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Home » News » Living Legacy Artist, Ann Carlson, Begins Residency at MANCC

Living Legacy Artist, Ann Carlson, Begins Residency at MANCC

Published January 29, 2016

January 31 – February 7, 2016

ann carlson

Carlson performs Grass at MANCC Informal Showing

Living Legacy Artist Ann Carlson’s solo performance work, Dumbo Redacted, is an elegy for the past, a celebration of a threatened species, and an invitation to observe the imaginary while anticipating the real. An abstract story– playing with clumsy grace, wild quiet, and moving stillness– Dumbo Redacted is a continuation of Carlson’s celebrated Animal series, of which Carlson has mused,

“I wanted to make works that could respond to a living being that I couldn’t choreograph in the way that I’d been taught to choreograph… I didn’t want to manipulate the animals and make the dog, cat or goats do something.”

The conceptual basis for Dumbo Redacted stems from Carlson’s questions: What is the real and symbolic presence of an elephant? and How do we contain what we don’t know?

Carlson will have several MANCC residencies over the next three years. During this first residency, she will expand her creative process by inviting dramaturg Melanie Joseph into the studio early in her process, making this the first time that Carlson has worked with a dramaturg at this stage in the development of a work. Joseph will join Carlson as she hones the movement language in Dumbo Redacted, while refining and clarifying the project’s directions and themes. Carlson will also continue to experiment with sculptural guises to be fleshed out in future residencies at MANCC.


Carlson performs Balcony at MANCC Informal Showing

Carlson performs Balcony at MANCC Informal Showing

Ann Carlson is an interdisciplinary artist who borrows from the disciplines of dance, performance, theater, visual and conceptual art, and often dismantles conventional boundaries between artist and subject. Carlson’s work takes the form of solo performance, site-specific projects, ensemble dance and theatrical works, and performance/video. She also often works within a series format, creating socially engaged performance structures over a period of years that adapt and tour to multiple sites.

Carlson is the recipient of over 30 commissions and numerous awards for her artistic work. Her awards include: a 2016 Creative Capital Award, a 2015 Doris Duke Performing Artist Award in Contemporary Dance, a 2015 National Dance Project Award, a 2014 Multi-Art Production Fund Grant, a USA Artist Fellowship, a Guggenheim Fellowship, a New York Foundation for the Arts Fellowship, and a Fellowship from the Foundation for Contemporary Art. She was an Artist Fellow at the Radcliffe Institute for Advanced Studies Fellowship/Harvard University and at Stanford University’s Humanities Center. Carlson has received three awards from the National Choreographic Initiative; a Doris Duke Award for New Work; the first Cal/Arts Alpert Award in Choreography, and a prestigious three-year choreographic fellowship from the National Endowment for the Arts.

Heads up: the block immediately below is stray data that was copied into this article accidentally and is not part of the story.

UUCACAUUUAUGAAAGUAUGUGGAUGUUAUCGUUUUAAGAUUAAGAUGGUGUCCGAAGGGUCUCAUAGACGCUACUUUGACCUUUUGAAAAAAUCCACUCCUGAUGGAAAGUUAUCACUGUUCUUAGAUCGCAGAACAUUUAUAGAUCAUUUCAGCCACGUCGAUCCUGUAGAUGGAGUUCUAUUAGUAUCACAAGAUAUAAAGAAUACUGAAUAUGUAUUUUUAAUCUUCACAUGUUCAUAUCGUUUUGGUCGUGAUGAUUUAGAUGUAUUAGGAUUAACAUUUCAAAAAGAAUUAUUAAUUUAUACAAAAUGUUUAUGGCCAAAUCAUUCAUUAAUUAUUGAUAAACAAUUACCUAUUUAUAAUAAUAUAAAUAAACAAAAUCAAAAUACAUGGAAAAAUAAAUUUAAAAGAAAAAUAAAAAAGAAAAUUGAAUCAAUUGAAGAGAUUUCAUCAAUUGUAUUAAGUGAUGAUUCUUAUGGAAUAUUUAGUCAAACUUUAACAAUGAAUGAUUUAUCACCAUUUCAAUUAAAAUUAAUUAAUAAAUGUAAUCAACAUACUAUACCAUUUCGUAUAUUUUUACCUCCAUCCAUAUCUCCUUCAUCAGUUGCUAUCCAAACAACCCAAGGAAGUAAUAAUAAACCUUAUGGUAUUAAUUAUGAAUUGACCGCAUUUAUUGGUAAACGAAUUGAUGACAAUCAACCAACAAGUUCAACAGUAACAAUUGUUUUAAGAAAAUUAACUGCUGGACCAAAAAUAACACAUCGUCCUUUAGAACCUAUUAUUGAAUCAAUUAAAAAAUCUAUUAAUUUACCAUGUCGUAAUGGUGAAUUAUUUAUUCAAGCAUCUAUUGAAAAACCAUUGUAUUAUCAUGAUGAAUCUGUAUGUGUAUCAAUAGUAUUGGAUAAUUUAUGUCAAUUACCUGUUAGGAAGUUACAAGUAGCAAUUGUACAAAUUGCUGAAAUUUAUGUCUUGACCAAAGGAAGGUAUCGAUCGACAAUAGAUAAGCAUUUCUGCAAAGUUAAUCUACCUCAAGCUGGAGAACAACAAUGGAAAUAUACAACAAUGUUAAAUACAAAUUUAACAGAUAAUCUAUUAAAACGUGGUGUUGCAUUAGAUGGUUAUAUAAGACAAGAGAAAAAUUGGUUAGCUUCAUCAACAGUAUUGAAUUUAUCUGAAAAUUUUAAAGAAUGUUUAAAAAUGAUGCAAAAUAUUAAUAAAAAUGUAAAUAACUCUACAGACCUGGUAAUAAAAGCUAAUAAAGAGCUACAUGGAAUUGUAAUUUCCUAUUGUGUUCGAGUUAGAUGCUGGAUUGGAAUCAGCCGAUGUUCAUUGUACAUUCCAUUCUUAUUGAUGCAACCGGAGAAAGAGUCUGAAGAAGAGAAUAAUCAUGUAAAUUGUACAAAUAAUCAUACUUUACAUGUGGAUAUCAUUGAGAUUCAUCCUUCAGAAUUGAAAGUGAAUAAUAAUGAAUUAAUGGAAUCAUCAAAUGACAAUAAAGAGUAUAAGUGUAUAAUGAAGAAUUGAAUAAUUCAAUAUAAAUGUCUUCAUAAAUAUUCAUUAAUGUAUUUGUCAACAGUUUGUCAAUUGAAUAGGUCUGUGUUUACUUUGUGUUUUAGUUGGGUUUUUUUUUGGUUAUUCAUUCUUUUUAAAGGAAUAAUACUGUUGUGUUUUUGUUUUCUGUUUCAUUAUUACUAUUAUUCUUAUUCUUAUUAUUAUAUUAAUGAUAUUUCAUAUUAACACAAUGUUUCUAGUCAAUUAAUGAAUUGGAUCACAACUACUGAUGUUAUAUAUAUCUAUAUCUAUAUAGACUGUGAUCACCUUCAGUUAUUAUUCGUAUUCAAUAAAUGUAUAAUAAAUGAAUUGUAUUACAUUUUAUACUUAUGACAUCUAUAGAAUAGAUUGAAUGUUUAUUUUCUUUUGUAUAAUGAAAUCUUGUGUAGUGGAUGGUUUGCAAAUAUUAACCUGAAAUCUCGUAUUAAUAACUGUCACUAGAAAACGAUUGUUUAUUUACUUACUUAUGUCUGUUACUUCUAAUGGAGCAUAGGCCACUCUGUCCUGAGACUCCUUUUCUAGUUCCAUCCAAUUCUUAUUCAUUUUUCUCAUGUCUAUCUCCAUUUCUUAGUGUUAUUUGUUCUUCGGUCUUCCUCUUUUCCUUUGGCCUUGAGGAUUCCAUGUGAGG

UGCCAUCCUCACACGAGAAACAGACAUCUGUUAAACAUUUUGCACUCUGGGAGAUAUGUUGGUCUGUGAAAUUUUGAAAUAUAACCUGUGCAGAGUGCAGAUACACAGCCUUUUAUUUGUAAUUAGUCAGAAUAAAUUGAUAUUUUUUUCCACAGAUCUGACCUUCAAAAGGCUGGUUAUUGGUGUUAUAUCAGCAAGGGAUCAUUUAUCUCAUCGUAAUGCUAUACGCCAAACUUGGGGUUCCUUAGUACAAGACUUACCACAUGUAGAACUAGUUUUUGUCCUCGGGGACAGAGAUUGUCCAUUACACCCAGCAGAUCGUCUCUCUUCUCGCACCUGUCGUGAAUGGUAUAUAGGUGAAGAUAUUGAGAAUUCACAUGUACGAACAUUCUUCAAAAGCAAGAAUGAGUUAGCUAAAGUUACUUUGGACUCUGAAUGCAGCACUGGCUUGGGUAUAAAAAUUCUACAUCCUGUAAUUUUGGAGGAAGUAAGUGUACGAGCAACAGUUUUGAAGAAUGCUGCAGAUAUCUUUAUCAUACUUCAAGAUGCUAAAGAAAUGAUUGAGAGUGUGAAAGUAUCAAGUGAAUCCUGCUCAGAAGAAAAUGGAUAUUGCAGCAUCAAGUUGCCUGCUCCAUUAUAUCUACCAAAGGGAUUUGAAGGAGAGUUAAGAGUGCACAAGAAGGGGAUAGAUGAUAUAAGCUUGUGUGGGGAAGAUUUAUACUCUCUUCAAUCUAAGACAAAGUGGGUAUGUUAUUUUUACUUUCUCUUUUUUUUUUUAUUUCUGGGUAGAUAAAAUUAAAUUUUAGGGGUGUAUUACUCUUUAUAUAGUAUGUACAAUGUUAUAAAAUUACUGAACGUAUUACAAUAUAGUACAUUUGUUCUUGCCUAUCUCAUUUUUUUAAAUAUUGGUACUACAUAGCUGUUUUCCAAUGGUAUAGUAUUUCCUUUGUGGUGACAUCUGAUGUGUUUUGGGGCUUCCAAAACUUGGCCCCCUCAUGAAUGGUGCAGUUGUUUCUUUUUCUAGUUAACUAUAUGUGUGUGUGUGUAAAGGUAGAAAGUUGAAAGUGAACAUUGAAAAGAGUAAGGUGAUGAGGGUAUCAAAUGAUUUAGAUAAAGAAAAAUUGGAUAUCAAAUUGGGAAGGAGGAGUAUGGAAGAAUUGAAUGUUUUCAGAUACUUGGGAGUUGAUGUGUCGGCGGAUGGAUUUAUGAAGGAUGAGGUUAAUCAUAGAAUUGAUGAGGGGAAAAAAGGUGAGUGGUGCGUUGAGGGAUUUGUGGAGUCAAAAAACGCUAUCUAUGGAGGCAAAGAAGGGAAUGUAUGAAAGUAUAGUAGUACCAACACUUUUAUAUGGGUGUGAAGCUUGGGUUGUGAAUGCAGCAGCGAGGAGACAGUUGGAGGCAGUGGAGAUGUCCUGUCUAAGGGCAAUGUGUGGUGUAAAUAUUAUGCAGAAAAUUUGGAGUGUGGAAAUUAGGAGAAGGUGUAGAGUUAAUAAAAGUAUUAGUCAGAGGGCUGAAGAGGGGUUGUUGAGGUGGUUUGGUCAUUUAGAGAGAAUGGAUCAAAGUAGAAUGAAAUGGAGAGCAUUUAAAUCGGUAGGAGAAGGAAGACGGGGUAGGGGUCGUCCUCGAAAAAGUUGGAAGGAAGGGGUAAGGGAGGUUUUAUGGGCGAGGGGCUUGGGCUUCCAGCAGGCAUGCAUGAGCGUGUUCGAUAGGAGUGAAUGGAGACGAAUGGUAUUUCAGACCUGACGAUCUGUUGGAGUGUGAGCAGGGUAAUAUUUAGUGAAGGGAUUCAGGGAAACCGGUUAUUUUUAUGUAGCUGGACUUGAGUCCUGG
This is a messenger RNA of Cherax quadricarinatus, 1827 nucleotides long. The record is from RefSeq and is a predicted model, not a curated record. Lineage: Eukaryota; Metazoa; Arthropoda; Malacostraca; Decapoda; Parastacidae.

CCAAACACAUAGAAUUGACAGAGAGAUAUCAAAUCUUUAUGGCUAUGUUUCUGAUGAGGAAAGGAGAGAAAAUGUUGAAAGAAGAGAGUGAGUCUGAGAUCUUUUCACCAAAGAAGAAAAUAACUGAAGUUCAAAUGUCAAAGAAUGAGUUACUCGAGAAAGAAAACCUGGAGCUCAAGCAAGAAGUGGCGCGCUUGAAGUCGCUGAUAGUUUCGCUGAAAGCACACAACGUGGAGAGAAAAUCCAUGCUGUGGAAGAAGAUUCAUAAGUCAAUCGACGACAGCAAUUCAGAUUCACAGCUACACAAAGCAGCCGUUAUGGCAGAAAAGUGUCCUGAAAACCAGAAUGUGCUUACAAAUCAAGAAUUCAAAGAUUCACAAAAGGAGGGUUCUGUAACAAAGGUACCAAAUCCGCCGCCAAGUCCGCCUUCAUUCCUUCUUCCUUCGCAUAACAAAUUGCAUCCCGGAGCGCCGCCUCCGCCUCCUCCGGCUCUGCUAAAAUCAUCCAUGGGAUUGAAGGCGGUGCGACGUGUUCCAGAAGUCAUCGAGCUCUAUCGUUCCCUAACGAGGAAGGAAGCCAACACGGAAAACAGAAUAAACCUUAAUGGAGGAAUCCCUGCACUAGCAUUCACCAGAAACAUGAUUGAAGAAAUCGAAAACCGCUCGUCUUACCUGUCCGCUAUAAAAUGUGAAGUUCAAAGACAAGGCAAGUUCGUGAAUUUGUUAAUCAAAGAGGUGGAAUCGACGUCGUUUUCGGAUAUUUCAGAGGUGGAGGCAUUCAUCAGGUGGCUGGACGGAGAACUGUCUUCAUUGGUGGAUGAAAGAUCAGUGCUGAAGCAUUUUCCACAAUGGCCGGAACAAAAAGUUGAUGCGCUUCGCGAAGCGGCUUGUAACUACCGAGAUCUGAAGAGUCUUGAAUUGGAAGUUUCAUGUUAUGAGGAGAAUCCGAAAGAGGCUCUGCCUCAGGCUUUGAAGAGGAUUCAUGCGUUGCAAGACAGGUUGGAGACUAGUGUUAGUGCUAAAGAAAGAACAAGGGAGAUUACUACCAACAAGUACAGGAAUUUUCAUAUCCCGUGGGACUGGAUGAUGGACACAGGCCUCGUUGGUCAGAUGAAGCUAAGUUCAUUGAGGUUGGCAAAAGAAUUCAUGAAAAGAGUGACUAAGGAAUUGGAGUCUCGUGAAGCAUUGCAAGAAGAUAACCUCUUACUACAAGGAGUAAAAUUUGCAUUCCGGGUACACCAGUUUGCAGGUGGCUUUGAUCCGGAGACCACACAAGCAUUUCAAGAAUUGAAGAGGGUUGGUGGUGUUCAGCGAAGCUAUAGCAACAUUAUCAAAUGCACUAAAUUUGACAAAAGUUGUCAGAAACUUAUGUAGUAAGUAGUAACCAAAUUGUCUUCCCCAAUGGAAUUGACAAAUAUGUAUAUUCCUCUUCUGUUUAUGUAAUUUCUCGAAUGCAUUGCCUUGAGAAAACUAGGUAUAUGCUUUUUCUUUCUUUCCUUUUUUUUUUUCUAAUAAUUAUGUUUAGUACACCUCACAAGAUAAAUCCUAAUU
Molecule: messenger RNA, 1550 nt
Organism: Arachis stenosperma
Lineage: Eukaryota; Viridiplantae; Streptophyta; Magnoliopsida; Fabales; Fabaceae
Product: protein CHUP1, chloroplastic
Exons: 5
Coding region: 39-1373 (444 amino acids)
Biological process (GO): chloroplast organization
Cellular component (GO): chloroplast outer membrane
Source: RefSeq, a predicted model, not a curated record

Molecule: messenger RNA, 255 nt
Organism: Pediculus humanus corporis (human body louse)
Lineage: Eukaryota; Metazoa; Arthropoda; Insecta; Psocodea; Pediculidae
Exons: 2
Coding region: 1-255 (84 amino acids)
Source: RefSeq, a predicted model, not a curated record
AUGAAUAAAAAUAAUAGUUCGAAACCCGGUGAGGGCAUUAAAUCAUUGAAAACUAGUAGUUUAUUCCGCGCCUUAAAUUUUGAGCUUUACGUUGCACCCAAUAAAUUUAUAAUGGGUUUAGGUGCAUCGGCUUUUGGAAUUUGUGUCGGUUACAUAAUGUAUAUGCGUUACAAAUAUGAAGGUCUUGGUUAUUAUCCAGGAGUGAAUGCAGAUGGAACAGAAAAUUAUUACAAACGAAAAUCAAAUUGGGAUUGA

Stanford University was both the site and inspiration of Carlson’s latest work, The Symphonic Body: a performance/orchestral work made entirely of gestures. Carlson just completed a year long residency at the Center for the Art of Performance at UCLA where The Symphonic Body, performed by 100 people from across UCLA’s campus, had its second incarnation at Royce Hall on November 21, 2015.

Animals are often at the center of Carlson’s inquiry in her solo dance/performance works. She has collaborated with a number of animals, who have performed live with Carlson. Horses, dogs, cats, cows, fish, and goats have made their way into her works. Dumbo Redacted is informed by the movement, intelligence and mythology of the largest land mammal on earth. Another of Carlson’s current projects, Doggie Hamlet, is a performance with a herding dog, a flock of sheep, and four human performers.

Collaborators in Residence


  • Melanie Joseph


Entrypoints are unique opportunities for visiting artists to conduct research and collaborate with the FSU and Tallahassee communities as well as the national dance field.

February 3, 2016

  • School of Dance Open Forum Discussion with Melanie Joseph
    10:30 AM Nancy Smith Fichter Theater
  • Studio Visit Professor Mary Karen Dahl, Ph.D. and School of Theatre Graduate Dramaturgy Class

Please email for additional information.

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The Maggie Allesee National Center for Choreography (MANCC), at the FSU School of Dance, is a choreographic research and development center whose mission is to raise the value of the creative process in dance.